Please click the link to view the Medicare Physician Fee Schedule Final Rule Summary for 2023.
The US Office of Inspector General (OIG) released another in a series of Special Fraud Alerts on July 20, 2022, this one directed to potentially fraudulent telehealth, telemedicine, and telemarketing service fraud schemes, collectively referred to as “Telemedicine Companies”. The alert is based upon OIG’s perception that these Telemedicine Companies are engaged in schemes to pay kickbacks to practitioners to generate fraudulent orders for medical services, specifically:
- Durable medical equipment
- Genetic testing
- Wound care items
- Prescription medications
The Alert states that “telemedicine companies have used kickbacks to aggressively recruit and reward practitioners to prescribe items or services for”:
- Purported patients with which the practitioners have limited, if any interaction
- Prescribed items or services without regard to medical necessity”
The Alert goes on to identify common characteristics of fraudulent telemedicine company schemes, i.e.
- The purported patients are identified and/or recruited by the Telemedicine Companies through a variety of means and then presented to the practitioners
- Lack of sufficient contact or information to meaningfully assess medical necessity
- Payment based upon the volume of items or services ordered or prescribed
- The patient groups are limited to one category of third party payor, either only through a healthcare program or excluding federal healthcare programs
- The telemedicine company furnishes only “one product or service”
The Alert also footnotes a list of prior alerts, prior investigations, and prior prosecutions.
On July 7, 2022, CMS released its proposed Medicare Physician Fee Schedule for 2023, which proposes physician fee schedule reductions via the Medicare Conversion Factor.
- The general Medicare conversion factor will be reduced by 4.4% from $34,61 to $33.08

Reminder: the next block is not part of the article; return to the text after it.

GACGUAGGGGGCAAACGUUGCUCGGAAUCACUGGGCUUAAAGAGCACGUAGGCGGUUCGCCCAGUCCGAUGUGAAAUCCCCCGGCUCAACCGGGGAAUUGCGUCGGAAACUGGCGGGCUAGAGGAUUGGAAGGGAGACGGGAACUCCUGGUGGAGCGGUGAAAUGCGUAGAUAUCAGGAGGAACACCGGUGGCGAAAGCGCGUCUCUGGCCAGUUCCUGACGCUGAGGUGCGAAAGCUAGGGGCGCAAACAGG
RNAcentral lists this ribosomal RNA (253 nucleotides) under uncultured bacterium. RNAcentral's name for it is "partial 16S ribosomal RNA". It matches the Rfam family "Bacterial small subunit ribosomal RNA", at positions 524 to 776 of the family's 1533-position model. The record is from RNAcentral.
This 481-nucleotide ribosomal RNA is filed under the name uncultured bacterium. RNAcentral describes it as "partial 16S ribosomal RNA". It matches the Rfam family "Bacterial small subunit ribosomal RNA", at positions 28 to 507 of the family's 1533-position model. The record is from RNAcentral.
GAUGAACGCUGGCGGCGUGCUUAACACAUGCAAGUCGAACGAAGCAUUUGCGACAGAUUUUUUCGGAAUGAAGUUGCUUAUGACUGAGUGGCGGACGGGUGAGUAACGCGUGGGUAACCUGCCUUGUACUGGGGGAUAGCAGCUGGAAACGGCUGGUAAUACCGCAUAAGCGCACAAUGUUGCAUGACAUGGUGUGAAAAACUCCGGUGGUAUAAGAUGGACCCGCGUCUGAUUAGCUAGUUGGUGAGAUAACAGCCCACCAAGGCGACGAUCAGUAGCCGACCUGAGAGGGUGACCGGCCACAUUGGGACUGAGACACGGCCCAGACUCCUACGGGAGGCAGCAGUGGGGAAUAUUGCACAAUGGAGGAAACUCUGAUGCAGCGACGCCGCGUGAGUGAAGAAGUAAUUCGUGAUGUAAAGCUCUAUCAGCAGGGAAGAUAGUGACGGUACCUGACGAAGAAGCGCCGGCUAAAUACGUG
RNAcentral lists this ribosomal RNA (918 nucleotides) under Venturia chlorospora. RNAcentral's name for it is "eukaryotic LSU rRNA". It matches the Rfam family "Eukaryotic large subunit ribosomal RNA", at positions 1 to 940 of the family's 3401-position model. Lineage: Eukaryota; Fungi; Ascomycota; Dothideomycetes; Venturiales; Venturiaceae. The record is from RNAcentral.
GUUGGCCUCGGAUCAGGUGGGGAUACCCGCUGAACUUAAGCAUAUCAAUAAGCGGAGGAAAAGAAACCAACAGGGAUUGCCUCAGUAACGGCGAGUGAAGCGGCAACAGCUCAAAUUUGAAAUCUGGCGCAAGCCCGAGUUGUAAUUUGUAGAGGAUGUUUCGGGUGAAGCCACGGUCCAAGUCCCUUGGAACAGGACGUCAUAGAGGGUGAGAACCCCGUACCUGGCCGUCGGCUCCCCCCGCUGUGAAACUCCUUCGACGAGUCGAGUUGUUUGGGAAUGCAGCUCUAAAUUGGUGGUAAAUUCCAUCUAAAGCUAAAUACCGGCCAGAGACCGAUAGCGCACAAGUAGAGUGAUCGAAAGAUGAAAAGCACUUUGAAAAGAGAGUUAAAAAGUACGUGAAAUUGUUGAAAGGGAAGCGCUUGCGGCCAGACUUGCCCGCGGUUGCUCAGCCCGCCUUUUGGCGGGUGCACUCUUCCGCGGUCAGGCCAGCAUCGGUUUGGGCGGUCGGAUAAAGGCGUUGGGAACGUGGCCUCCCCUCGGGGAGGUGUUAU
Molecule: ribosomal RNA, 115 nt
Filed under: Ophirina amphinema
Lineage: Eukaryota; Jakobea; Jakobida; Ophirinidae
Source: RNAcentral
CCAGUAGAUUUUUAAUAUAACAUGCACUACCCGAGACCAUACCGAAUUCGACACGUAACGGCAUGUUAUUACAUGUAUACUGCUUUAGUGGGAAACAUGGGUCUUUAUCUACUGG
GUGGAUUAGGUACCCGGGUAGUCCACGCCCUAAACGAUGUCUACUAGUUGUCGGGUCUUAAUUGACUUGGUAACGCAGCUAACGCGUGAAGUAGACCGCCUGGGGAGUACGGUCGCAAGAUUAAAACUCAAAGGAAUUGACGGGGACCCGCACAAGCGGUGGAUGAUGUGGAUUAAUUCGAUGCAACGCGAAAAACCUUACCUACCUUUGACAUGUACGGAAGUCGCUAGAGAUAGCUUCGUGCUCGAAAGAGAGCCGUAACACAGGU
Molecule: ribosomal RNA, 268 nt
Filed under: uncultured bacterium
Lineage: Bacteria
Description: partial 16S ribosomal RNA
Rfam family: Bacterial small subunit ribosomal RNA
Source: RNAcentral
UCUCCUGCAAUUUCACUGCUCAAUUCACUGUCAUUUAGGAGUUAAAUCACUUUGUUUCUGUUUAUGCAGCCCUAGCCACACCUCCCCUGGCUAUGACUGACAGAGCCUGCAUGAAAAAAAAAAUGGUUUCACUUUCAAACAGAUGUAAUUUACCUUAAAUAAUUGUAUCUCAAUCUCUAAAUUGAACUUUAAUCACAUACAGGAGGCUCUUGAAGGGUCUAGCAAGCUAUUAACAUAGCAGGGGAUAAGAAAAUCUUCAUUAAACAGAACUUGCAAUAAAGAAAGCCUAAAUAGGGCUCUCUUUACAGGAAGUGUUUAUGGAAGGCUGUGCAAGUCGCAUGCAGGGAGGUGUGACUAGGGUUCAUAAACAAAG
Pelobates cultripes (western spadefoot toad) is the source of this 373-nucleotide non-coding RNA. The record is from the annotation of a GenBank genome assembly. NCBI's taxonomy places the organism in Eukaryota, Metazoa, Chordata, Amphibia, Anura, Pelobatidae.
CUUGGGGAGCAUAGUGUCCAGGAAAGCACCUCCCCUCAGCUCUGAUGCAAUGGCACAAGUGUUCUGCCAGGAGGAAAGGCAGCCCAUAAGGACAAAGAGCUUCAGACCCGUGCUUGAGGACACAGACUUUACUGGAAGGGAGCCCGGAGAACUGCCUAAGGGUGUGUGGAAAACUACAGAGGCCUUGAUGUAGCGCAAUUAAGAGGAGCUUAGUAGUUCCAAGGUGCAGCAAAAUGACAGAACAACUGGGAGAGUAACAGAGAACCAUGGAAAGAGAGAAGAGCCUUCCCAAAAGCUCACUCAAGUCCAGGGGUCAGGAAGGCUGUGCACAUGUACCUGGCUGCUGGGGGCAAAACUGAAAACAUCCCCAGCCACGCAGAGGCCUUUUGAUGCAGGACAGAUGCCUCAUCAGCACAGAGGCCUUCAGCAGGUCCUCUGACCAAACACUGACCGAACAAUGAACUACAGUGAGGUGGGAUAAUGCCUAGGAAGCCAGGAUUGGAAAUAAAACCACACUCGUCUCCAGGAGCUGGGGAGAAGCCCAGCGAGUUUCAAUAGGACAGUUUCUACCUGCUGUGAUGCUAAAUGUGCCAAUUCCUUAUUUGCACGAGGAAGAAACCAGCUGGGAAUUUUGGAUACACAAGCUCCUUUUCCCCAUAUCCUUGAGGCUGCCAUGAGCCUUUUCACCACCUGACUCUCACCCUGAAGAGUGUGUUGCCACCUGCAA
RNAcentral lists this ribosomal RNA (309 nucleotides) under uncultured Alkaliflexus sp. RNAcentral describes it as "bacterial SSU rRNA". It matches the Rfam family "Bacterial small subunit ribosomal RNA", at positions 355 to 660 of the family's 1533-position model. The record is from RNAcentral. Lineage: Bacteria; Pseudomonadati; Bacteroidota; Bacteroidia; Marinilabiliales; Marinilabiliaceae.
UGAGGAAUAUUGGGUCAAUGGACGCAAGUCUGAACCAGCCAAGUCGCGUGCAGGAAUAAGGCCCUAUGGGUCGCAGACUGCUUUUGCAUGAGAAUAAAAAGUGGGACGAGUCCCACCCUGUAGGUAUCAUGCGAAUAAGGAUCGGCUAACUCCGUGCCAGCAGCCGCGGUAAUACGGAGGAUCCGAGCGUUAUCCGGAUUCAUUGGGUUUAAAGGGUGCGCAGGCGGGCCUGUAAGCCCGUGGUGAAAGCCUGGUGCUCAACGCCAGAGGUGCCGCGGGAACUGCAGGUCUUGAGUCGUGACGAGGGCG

- The anesthesia conversion factor will be reduced 3.9% from $21.56 to $20.72
The link is attached here.
Mike Cassidy recently wrote an article entitled, “Private Equity Deals Offer Both Potential Significant Return and Significant Challenges” in the Legal Summary section of the July 2022 Allegheny County Medical Society (ACMS) Bulletin. The ACMS Bulletin is the Allegheny County Medical Society’s signature publication which reaches over 2,000 physicians in Southwestern Pennsylvania each month. Click here to read the article which offers useful information for physicians to be cautious about when considering private equity acquisition.
For more information on this, contact Mike Cassidy at email@example.com, (412) 594-5515
Jeremy Farrell and Rebecca Moran recently wrote an article entitled, “Pregnancy-Related Protections for New Physicians” in the Legal Summary section of the June 2022 Allegheny County Medical Society (ACMS) Bulletin. The ACMS Bulletin is the Allegheny County Medical Society’s signature publication which reaches over 2,000 physicians in Southwestern Pennsylvania each month. Click here to read the article regarding Pregnancy-Related Protections for New Physicians.
|Jeremy V. Farrellfirstname.lastname@example.org||(412) 594-3938|
|Rebecca A. Moranemail@example.com||(412) 594-3941|
Attached is the link to the new CMS webpage “Ending Surprise Medical Bills”.